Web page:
“Introducing the children of autocracy to the best traditions of critical, reflexive British education and inculcating anointed leaders with the rigours of public accountability and transparency is a wonderful and deeply subversive thing to do (irrespective of the fee accepted). If – and only if – accepting the money required a compromise in the academic integrity of the syllabus then resignation is appropriate. If academic standards were not compromised and it was still wrong to take Libyan money, then it is also wrong to take money from any number of government scholarship schemes funded by undemocratic states (including Saudi Arabia and China) that prepare their chosen future leaders for business, political and scientific leadership.”There is clearly a broader issue here about the appropriate balance of public, private and international funding for education. But we agree that given the reality of so much external funding, the main issue with funding is whether it impedes academic freedom. When “strings” are attached to funding the ethical problem is one of misusing power to distort knowledge. With “no strings attached” arrangements, this moves to a more vague “complicity” with undesirable people or organizations or being associated with “dirty money”. Not that these are inconsequential considerations. But there is certainly a good case that can be made for using “bad” money for “good” ends – as critics of Microsoft’s monopolizing tactics might recognize in the Bill and Melinda Gates Foundation, for example. In the case of LSE, there is no evidence as yet of any such strings – but maybe Davies' prompt resignation could hint at further skeletons in the closet. Time will tell.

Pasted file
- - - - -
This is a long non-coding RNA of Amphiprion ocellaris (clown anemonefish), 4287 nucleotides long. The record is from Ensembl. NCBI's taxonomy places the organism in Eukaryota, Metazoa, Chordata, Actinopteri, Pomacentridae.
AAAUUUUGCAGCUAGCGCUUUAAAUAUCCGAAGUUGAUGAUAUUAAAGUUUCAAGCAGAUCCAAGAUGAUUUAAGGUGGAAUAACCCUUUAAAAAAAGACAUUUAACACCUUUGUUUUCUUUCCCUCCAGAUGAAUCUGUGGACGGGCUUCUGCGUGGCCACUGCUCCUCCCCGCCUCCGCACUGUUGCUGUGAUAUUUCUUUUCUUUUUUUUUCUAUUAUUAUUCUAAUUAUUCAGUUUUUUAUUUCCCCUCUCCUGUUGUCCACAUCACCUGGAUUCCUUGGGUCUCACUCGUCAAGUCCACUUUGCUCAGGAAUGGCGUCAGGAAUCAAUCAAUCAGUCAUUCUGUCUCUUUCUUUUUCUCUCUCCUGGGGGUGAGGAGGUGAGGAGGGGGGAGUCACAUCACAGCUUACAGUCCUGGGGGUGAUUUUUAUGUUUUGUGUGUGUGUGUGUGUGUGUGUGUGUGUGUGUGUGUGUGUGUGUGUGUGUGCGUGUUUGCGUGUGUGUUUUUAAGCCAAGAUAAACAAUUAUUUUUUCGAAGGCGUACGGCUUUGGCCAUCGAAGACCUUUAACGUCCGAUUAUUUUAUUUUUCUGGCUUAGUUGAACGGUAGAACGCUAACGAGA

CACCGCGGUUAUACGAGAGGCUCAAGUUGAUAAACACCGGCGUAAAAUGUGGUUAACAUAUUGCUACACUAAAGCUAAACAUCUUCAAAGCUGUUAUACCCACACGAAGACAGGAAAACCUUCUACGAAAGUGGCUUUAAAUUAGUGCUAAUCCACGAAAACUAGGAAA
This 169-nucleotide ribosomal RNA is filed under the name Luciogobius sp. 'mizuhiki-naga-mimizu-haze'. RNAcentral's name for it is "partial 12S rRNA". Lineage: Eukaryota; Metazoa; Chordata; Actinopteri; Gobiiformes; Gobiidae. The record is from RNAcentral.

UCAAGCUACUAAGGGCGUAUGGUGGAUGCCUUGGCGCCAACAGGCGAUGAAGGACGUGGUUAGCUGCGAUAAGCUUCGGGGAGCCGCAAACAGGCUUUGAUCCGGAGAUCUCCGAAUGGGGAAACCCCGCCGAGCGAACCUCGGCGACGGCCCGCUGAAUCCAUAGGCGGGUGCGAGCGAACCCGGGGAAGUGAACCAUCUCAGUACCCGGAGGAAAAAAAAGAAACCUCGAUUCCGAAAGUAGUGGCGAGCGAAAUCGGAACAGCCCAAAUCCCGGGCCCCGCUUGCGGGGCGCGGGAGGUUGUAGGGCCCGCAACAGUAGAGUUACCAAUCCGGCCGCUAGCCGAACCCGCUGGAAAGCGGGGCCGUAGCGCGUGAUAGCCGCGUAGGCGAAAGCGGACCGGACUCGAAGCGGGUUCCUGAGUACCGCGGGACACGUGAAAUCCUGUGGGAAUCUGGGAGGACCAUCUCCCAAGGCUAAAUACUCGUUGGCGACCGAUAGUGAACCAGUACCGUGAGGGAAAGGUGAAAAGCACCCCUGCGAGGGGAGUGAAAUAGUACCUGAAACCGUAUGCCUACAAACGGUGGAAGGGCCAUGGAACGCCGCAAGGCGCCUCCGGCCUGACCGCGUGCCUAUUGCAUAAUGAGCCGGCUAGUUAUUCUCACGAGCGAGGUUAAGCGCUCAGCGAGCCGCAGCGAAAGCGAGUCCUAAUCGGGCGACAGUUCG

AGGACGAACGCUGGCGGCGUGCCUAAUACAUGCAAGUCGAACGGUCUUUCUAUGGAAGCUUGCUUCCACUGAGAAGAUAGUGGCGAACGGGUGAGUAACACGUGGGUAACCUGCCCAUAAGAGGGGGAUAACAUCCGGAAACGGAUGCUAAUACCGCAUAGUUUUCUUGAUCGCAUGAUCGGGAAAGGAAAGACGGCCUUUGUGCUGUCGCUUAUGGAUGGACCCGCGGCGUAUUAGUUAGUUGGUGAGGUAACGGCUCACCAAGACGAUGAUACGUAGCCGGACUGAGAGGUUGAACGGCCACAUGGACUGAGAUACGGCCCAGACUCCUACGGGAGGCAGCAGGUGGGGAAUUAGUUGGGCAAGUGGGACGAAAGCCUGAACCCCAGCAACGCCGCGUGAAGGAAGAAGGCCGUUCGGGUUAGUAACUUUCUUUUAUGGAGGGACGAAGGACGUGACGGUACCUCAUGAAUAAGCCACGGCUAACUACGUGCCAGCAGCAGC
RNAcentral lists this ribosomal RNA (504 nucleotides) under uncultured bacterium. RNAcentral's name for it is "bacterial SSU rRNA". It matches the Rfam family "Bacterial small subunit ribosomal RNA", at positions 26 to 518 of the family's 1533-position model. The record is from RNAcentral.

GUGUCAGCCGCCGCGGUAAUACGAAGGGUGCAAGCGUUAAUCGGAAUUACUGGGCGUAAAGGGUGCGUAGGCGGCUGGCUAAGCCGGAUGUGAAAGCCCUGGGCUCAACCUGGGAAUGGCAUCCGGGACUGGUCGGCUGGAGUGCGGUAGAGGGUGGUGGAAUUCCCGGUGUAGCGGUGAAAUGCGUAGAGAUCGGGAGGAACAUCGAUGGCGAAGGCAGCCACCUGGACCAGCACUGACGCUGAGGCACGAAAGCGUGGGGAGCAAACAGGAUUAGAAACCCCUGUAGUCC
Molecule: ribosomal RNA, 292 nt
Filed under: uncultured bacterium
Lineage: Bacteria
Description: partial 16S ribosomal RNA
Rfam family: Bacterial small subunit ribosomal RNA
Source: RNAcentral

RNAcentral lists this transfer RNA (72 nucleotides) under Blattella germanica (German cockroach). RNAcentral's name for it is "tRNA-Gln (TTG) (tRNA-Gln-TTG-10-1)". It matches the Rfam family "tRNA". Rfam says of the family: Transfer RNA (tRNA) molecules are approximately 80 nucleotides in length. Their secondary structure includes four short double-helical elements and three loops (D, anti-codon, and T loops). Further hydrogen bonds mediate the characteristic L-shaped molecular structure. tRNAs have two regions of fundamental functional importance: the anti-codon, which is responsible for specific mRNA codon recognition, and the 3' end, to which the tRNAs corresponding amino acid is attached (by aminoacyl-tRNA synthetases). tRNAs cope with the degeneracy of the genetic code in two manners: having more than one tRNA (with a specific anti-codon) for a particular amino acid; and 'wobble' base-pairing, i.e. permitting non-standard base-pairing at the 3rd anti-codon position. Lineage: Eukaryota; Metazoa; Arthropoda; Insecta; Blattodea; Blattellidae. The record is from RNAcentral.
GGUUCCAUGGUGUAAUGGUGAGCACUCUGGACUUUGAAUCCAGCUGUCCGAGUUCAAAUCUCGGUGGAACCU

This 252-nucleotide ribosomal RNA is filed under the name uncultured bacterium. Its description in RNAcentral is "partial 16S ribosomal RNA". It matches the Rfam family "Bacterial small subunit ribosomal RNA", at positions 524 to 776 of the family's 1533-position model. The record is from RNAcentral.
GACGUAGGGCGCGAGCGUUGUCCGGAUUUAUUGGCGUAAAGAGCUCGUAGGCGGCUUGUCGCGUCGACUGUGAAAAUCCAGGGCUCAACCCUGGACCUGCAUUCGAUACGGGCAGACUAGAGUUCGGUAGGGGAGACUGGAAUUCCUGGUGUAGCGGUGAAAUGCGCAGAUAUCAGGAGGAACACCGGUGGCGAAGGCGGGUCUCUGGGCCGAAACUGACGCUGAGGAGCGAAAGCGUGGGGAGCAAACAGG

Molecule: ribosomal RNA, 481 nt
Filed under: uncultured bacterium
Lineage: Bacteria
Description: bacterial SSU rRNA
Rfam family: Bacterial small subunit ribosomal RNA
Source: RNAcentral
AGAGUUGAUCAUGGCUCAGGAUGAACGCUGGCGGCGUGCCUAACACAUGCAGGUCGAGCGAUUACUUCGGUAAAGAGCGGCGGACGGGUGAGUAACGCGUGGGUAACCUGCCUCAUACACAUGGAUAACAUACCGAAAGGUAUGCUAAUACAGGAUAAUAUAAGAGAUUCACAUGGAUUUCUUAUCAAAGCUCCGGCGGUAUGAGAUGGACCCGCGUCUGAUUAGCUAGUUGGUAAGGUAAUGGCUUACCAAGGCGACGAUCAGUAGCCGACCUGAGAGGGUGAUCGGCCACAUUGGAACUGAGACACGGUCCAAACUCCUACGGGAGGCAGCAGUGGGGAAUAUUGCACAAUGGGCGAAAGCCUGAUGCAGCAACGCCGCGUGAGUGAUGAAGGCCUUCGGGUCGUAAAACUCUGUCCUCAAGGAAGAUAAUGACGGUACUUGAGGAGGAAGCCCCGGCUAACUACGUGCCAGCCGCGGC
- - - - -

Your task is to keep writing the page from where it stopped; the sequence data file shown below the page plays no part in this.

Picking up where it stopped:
Ultimately though, universities should be (but are not) better prepared for the risks associated with their funding arrangements, especially in the UK where a great deal of controversy is attached to funding sources in higher education (a subject that barely raises a peep in North America). We should know, having both worked in a CSR centre initially funded with tobacco industry money (which understandably caused a storm) and now occupying chairs named in honor of a company featuring no less than two disgraced CEOs (HP), and a business man who among his many accomplishments was responsible for bringing the renowned animal lovers KFC to Canada (George Gardiner) – neither of which has raised a murmur.
When we joined the BAT-funded International Centre for Corporate Social Responsibility at Nottingham University in 2002 we quickly joined Jeremy Moon, the Director, in establishing a governance structure and a funding policy that ensured academic independence and scholarly freedom along with clear lines of decision making and reporting. LSE, by comparison is now nearly 10 years later only just talking about a developing guidelines for donations as part of an independent inquiry into the Libyan affair. Perhaps it would also be wise to belatedly start tackling the issue of plagiarism more concertedly. Davies was unlucky to take the fall for an unexpected series of events in the Middle East. But he only has himself to blame for not instituting the systems and structures necessary to deal with the problems effectively in the first place.